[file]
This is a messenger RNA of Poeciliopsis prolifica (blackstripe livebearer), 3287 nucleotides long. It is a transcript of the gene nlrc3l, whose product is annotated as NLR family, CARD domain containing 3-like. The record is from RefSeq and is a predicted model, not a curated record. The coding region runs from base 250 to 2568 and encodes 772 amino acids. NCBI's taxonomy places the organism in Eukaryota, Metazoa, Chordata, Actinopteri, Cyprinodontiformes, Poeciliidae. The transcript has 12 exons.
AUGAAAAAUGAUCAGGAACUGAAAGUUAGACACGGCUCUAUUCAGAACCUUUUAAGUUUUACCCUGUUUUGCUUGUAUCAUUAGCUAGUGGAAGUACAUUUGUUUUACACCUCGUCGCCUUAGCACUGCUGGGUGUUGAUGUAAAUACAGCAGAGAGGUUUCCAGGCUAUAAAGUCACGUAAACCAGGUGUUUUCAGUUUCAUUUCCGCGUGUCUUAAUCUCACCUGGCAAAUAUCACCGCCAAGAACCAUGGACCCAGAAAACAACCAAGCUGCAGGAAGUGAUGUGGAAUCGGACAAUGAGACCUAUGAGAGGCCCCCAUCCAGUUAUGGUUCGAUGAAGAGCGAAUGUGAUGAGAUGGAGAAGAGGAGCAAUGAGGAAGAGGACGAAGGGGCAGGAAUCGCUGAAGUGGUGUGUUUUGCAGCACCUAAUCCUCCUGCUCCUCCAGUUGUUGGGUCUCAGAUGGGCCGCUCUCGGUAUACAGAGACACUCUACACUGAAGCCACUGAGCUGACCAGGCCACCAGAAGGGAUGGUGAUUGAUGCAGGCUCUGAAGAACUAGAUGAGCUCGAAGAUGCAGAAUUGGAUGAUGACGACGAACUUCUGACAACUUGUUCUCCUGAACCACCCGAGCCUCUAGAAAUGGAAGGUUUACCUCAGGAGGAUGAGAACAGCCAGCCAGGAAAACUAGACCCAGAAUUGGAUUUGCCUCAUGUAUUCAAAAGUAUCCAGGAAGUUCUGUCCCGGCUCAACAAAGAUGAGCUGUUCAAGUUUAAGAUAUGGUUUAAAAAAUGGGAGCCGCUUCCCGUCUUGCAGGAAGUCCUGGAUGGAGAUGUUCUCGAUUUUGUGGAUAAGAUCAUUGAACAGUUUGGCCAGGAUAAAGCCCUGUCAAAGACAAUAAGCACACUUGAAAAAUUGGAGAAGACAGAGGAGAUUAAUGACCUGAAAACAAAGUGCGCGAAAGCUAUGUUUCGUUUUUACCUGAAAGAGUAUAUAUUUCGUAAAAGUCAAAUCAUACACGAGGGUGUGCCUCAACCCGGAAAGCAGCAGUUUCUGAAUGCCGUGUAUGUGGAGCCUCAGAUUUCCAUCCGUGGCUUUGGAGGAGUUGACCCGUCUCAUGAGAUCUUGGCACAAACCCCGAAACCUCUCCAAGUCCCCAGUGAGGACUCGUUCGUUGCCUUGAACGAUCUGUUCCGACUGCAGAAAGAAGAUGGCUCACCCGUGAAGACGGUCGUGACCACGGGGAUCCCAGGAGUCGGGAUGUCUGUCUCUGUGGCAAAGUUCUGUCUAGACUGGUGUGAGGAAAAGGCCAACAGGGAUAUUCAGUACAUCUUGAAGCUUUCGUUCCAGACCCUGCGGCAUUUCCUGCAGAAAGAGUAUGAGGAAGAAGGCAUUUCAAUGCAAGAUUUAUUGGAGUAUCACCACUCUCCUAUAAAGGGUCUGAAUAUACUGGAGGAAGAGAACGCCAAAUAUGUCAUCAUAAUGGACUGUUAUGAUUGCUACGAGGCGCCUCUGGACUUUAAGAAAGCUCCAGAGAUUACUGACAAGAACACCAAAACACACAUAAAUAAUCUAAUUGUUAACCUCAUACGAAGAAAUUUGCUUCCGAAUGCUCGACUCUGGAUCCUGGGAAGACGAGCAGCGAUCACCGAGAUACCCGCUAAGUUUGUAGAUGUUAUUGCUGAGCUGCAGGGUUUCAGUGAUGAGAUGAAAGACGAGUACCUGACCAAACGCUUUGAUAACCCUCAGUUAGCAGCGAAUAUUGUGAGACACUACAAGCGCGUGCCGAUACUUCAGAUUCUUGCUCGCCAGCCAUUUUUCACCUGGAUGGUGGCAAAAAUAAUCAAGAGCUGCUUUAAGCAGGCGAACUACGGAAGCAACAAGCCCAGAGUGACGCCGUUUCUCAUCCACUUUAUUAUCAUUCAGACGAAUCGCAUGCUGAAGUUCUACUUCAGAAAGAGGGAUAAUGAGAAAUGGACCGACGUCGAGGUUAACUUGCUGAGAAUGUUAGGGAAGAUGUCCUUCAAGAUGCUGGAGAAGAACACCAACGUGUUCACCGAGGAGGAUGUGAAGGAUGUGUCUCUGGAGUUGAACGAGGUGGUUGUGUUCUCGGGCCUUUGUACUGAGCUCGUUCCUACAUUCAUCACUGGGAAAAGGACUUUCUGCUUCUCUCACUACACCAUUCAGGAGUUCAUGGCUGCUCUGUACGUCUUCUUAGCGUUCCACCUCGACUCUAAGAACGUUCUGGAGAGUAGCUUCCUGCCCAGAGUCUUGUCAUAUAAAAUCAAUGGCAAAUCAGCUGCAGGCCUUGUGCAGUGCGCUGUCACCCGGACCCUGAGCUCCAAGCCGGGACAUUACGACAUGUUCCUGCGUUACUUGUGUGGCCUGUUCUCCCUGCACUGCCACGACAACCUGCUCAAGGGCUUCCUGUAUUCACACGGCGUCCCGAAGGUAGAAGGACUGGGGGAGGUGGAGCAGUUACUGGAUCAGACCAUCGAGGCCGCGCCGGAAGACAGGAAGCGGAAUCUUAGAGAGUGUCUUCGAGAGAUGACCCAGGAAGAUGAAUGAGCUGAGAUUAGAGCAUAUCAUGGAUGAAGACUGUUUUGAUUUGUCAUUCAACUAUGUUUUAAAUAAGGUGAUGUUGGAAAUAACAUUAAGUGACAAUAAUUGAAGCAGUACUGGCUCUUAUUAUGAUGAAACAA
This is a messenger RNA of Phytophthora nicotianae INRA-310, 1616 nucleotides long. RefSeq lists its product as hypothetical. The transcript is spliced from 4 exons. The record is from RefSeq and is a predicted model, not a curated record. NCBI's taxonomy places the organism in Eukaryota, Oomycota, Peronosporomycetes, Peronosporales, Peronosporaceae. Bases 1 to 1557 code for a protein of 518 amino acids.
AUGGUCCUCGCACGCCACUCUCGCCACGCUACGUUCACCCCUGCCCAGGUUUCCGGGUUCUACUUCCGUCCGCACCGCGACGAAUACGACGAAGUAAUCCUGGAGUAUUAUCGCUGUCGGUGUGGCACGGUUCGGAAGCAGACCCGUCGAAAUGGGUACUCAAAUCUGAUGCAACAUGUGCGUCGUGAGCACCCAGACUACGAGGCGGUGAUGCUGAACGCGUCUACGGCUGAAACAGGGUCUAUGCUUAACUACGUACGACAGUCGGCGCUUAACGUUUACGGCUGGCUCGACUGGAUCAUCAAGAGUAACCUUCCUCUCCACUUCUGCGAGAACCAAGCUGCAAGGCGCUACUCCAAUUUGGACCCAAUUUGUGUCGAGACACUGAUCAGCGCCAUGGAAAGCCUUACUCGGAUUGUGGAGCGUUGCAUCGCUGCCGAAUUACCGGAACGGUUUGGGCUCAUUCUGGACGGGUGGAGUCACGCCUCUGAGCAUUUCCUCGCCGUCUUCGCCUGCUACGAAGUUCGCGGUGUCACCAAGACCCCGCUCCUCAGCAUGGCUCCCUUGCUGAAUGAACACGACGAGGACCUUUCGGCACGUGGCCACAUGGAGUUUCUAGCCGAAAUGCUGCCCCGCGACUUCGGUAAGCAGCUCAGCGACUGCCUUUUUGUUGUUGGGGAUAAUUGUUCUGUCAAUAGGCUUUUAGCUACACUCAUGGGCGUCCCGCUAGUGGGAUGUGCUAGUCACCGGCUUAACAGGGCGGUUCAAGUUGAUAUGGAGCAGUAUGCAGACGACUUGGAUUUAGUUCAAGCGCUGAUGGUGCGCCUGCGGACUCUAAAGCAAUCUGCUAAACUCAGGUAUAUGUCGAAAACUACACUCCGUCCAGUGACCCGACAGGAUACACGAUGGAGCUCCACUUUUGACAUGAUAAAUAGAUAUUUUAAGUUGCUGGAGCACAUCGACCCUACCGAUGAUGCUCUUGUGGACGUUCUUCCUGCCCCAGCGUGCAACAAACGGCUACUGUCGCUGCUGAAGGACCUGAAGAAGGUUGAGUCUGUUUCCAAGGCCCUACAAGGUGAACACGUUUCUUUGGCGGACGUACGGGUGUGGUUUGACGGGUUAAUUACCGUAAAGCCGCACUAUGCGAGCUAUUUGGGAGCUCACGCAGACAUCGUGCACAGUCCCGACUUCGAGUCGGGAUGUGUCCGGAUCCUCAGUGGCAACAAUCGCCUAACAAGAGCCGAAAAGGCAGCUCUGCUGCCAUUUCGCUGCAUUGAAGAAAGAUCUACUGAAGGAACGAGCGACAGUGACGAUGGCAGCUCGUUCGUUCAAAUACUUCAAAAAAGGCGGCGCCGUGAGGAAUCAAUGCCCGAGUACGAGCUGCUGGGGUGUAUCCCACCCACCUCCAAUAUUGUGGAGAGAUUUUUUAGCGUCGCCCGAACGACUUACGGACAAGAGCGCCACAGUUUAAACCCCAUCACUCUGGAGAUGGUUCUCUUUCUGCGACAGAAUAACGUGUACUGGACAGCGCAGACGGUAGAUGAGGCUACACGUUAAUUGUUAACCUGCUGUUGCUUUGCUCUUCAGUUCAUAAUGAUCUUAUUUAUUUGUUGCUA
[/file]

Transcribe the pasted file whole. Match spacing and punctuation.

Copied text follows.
This is a messenger RNA of Poeciliopsis prolifica (blackstripe livebearer), 3287 nucleotides long. It is a transcript of the gene nlrc3l, whose product is annotated as NLR family, CARD domain containing 3-like. The record is from RefSeq and is a predicted model, not a curated record. The coding region runs from base 250 to 2568 and encodes 772 amino acids. NCBI's taxonomy places the organism in Eukaryota, Metazoa, Chordata, Actinopteri, Cyprinodontiformes, Poeciliidae. The transcript has 12 exons.
AUGAAAAAUGAUCAGGAACUGAAAGUUAGACACGGCUCUAUUCAGAACCUUUUAAGUUUUACCCUGUUUUGCUUGUAUCAUUAGCUAGUGGAAGUACAUUUGUUUUACACCUCGUCGCCUUAGCACUGCUGGGUGUUGAUGUAAAUACAGCAGAGAGGUUUCCAGGCUAUAAAGUCACGUAAACCAGGUGUUUUCAGUUUCAUUUCCGCGUGUCUUAAUCUCACCUGGCAAAUAUCACCGCCAAGAACCAUGGACCCAGAAAACAACCAAGCUGCAGGAAGUGAUGUGGAAUCGGACAAUGAGACCUAUGAGAGGCCCCCAUCCAGUUAUGGUUCGAUGAAGAGCGAAUGUGAUGAGAUGGAGAAGAGGAGCAAUGAGGAAGAGGACGAAGGGGCAGGAAUCGCUGAAGUGGUGUGUUUUGCAGCACCUAAUCCUCCUGCUCCUCCAGUUGUUGGGUCUCAGAUGGGCCGCUCUCGGUAUACAGAGACACUCUACACUGAAGCCACUGAGCUGACCAGGCCACCAGAAGGGAUGGUGAUUGAUGCAGGCUCUGAAGAACUAGAUGAGCUCGAAGAUGCAGAAUUGGAUGAUGACGACGAACUUCUGACAACUUGUUCUCCUGAACCACCCGAGCCUCUAGAAAUGGAAGGUUUACCUCAGGAGGAUGAGAACAGCCAGCCAGGAAAACUAGACCCAGAAUUGGAUUUGCCUCAUGUAUUCAAAAGUAUCCAGGAAGUUCUGUCCCGGCUCAACAAAGAUGAGCUGUUCAAGUUUAAGAUAUGGUUUAAAAAAUGGGAGCCGCUUCCCGUCUUGCAGGAAGUCCUGGAUGGAGAUGUUCUCGAUUUUGUGGAUAAGAUCAUUGAACAGUUUGGCCAGGAUAAAGCCCUGUCAAAGACAAUAAGCACACUUGAAAAAUUGGAGAAGACAGAGGAGAUUAAUGACCUGAAAACAAAGUGCGCGAAAGCUAUGUUUCGUUUUUACCUGAAAGAGUAUAUAUUUCGUAAAAGUCAAAUCAUACACGAGGGUGUGCCUCAACCCGGAAAGCAGCAGUUUCUGAAUGCCGUGUAUGUGGAGCCUCAGAUUUCCAUCCGUGGCUUUGGAGGAGUUGACCCGUCUCAUGAGAUCUUGGCACAAACCCCGAAACCUCUCCAAGUCCCCAGUGAGGACUCGUUCGUUGCCUUGAACGAUCUGUUCCGACUGCAGAAAGAAGAUGGCUCACCCGUGAAGACGGUCGUGACCACGGGGAUCCCAGGAGUCGGGAUGUCUGUCUCUGUGGCAAAGUUCUGUCUAGACUGGUGUGAGGAAAAGGCCAACAGGGAUAUUCAGUACAUCUUGAAGCUUUCGUUCCAGACCCUGCGGCAUUUCCUGCAGAAAGAGUAUGAGGAAGAAGGCAUUUCAAUGCAAGAUUUAUUGGAGUAUCACCACUCUCCUAUAAAGGGUCUGAAUAUACUGGAGGAAGAGAACGCCAAAUAUGUCAUCAUAAUGGACUGUUAUGAUUGCUACGAGGCGCCUCUGGACUUUAAGAAAGCUCCAGAGAUUACUGACAAGAACACCAAAACACACAUAAAUAAUCUAAUUGUUAACCUCAUACGAAGAAAUUUGCUUCCGAAUGCUCGACUCUGGAUCCUGGGAAGACGAGCAGCGAUCACCGAGAUACCCGCUAAGUUUGUAGAUGUUAUUGCUGAGCUGCAGGGUUUCAGUGAUGAGAUGAAAGACGAGUACCUGACCAAACGCUUUGAUAACCCUCAGUUAGCAGCGAAUAUUGUGAGACACUACAAGCGCGUGCCGAUACUUCAGAUUCUUGCUCGCCAGCCAUUUUUCACCUGGAUGGUGGCAAAAAUAAUCAAGAGCUGCUUUAAGCAGGCGAACUACGGAAGCAACAAGCCCAGAGUGACGCCGUUUCUCAUCCACUUUAUUAUCAUUCAGACGAAUCGCAUGCUGAAGUUCUACUUCAGAAAGAGGGAUAAUGAGAAAUGGACCGACGUCGAGGUUAACUUGCUGAGAAUGUUAGGGAAGAUGUCCUUCAAGAUGCUGGAGAAGAACACCAACGUGUUCACCGAGGAGGAUGUGAAGGAUGUGUCUCUGGAGUUGAACGAGGUGGUUGUGUUCUCGGGCCUUUGUACUGAGCUCGUUCCUACAUUCAUCACUGGGAAAAGGACUUUCUGCUUCUCUCACUACACCAUUCAGGAGUUCAUGGCUGCUCUGUACGUCUUCUUAGCGUUCCACCUCGACUCUAAGAACGUUCUGGAGAGUAGCUUCCUGCCCAGAGUCUUGUCAUAUAAAAUCAAUGGCAAAUCAGCUGCAGGCCUUGUGCAGUGCGCUGUCACCCGGACCCUGAGCUCCAAGCCGGGACAUUACGACAUGUUCCUGCGUUACUUGUGUGGCCUGUUCUCCCUGCACUGCCACGACAACCUGCUCAAGGGCUUCCUGUAUUCACACGGCGUCCCGAAGGUAGAAGGACUGGGGGAGGUGGAGCAGUUACUGGAUCAGACCAUCGAGGCCGCGCCGGAAGACAGGAAGCGGAAUCUUAGAGAGUGUCUUCGAGAGAUGACCCAGGAAGAUGAAUGAGCUGAGAUUAGAGCAUAUCAUGGAUGAAGACUGUUUUGAUUUGUCAUUCAACUAUGUUUUAAAUAAGGUGAUGUUGGAAAUAACAUUAAGUGACAAUAAUUGAAGCAGUACUGGCUCUUAUUAUGAUGAAACAA
This is a messenger RNA of Phytophthora nicotianae INRA-310, 1616 nucleotides long. RefSeq lists its product as hypothetical. The transcript is spliced from 4 exons. The record is from RefSeq and is a predicted model, not a curated record. NCBI's taxonomy places the organism in Eukaryota, Oomycota, Peronosporomycetes, Peronosporales, Peronosporaceae. Bases 1 to 1557 code for a protein of 518 amino acids.
AUGGUCCUCGCACGCCACUCUCGCCACGCUACGUUCACCCCUGCCCAGGUUUCCGGGUUCUACUUCCGUCCGCACCGCGACGAAUACGACGAAGUAAUCCUGGAGUAUUAUCGCUGUCGGUGUGGCACGGUUCGGAAGCAGACCCGUCGAAAUGGGUACUCAAAUCUGAUGCAACAUGUGCGUCGUGAGCACCCAGACUACGAGGCGGUGAUGCUGAACGCGUCUACGGCUGAAACAGGGUCUAUGCUUAACUACGUACGACAGUCGGCGCUUAACGUUUACGGCUGGCUCGACUGGAUCAUCAAGAGUAACCUUCCUCUCCACUUCUGCGAGAACCAAGCUGCAAGGCGCUACUCCAAUUUGGACCCAAUUUGUGUCGAGACACUGAUCAGCGCCAUGGAAAGCCUUACUCGGAUUGUGGAGCGUUGCAUCGCUGCCGAAUUACCGGAACGGUUUGGGCUCAUUCUGGACGGGUGGAGUCACGCCUCUGAGCAUUUCCUCGCCGUCUUCGCCUGCUACGAAGUUCGCGGUGUCACCAAGACCCCGCUCCUCAGCAUGGCUCCCUUGCUGAAUGAACACGACGAGGACCUUUCGGCACGUGGCCACAUGGAGUUUCUAGCCGAAAUGCUGCCCCGCGACUUCGGUAAGCAGCUCAGCGACUGCCUUUUUGUUGUUGGGGAUAAUUGUUCUGUCAAUAGGCUUUUAGCUACACUCAUGGGCGUCCCGCUAGUGGGAUGUGCUAGUCACCGGCUUAACAGGGCGGUUCAAGUUGAUAUGGAGCAGUAUGCAGACGACUUGGAUUUAGUUCAAGCGCUGAUGGUGCGCCUGCGGACUCUAAAGCAAUCUGCUAAACUCAGGUAUAUGUCGAAAACUACACUCCGUCCAGUGACCCGACAGGAUACACGAUGGAGCUCCACUUUUGACAUGAUAAAUAGAUAUUUUAAGUUGCUGGAGCACAUCGACCCUACCGAUGAUGCUCUUGUGGACGUUCUUCCUGCCCCAGCGUGCAACAAACGGCUACUGUCGCUGCUGAAGGACCUGAAGAAGGUUGAGUCUGUUUCCAAGGCCCUACAAGGUGAACACGUUUCUUUGGCGGACGUACGGGUGUGGUUUGACGGGUUAAUUACCGUAAAGCCGCACUAUGCGAGCUAUUUGGGAGCUCACGCAGACAUCGUGCACAGUCCCGACUUCGAGUCGGGAUGUGUCCGGAUCCUCAGUGGCAACAAUCGCCUAACAAGAGCCGAAAAGGCAGCUCUGCUGCCAUUUCGCUGCAUUGAAGAAAGAUCUACUGAAGGAACGAGCGACAGUGACGAUGGCAGCUCGUUCGUUCAAAUACUUCAAAAAAGGCGGCGCCGUGAGGAAUCAAUGCCCGAGUACGAGCUGCUGGGGUGUAUCCCACCCACCUCCAAUAUUGUGGAGAGAUUUUUUAGCGUCGCCCGAACGACUUACGGACAAGAGCGCCACAGUUUAAACCCCAUCACUCUGGAGAUGGUUCUCUUUCUGCGACAGAAUAACGUGUACUGGACAGCGCAGACGGUAGAUGAGGCUACACGUUAAUUGUUAACCUGCUGUUGCUUUGCUCUUCAGUUCAUAAUGAUCUUAUUUAUUUGUUGCUA